Like Two Worlds Not Meant To Collide: My London Beer Week, 2015

You and I are like two worlds
Not meant to collide
Death to each other
In the unravelling of time
– The Waterboys “Rags”

Last week was London Beer Week and I travelled down to attend a couple of events that are seemingly two sides of a beery coin.
What I found wasn’t something that close though.
No, instead I attended two events that come from two completely different worlds.

Olympia. Disappointing the same.

Olympia. Disappointing the same.

The first event was CAMRA’s Great British Beer Festival Trade Day at Olympia.
This was my third year attending and I found it almost entirely disappointing.
I was lucky enough to get a press pass and after picking it up I went into the main hall to catch up with my friends.
What I found was an event that felt lazy, out-moded and tired looking.
Having hired out such an amazing space as Olympia the organisers have simply plonked everything down just as it was the year before and the year before that, hired the lowest common denominator food vendors and relied on everything staying the same, which now that I come to think of it seems rather in-keeping with CAMRA and the way they want everything in the world of beer to stay the same, to stay how they prescribe it to be.
Don’t get me wrong, some of the beer that I drank was well kept and tasted alright, but there was still a vast array of boring bland beer to drink as I wandered around and around the venue looking for something to catch my eye, but all the British beer seemed to blur into one homogenous list alongside, for example, the more interesting European beers – for me, the highlight of the festival yet again – and some good drinking if a little same-y American “Craft” beers.

A quick natter with Des De Moor and Adrian Tierney Jones.

A quick natter with Des De Moor and Adrian Tierney Jones.

It was nice to catch up with some people that I’ve not seen for ages, but the overall feel was that of a big room half full of people drearily wandering from one cask ale to the next, simply going through the motions.
None of this was helped by this year’s “amusing” logo of a little round man in a pith helmet and khaki safari suit “on the hunt for beer”.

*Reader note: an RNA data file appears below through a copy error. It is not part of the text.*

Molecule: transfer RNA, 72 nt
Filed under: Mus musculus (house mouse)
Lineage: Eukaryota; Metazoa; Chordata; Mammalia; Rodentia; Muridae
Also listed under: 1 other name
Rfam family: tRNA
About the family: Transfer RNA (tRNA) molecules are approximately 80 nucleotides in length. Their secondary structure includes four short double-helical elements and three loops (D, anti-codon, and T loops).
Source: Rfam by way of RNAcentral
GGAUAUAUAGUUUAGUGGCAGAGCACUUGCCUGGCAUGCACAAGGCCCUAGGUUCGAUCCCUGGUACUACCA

The chap they got to dress up in the outfit and wander around the venue peering through binoculars and making witty remarks made the whole thing stink of the worst end of the 1970’s Carry On films.
The one consolation was that Tiny Rebel’s Cwtch won Beer of the Festival, which felt like quite a left field choice given the other beer on display during the event.
CAMRA are so big, so powerful, that they could easily put on an inspiring and challenging, and above all, interesting event if they so chose.
Sadly I fear that for all the lip service paid in recent times about considering Craft Keg and how they may be able to support it, they desperately want everything to stay the same forever.

Good presentation makes a big difference.

Good presentation makes a big difference.

The other event that I attended was London Craft Beer Festival Trade Day.
Held in The Oval Space in Bethnal Green, the atmosphere was lively and jovial, a pleasant and compact space to walk around, full of people who were genuinely passionate about the products that were on display.
And yes, some of the beer was ridiculous, but you couldn’t fault the playful experimentation and the  creative challenges that Brewers had been setting themselves.
There was a good mix of beer styles too, from sours to Pale Ales, IPAs to Imperial Stouts.
I wandered around the venue happily bumping into people and sampling beer on my way around.
The food too, although not on the same level as Birmingham Cubed a month earlier, had been thoughtfully chosen and gave you a choice of well made fayre with which to line your stomach.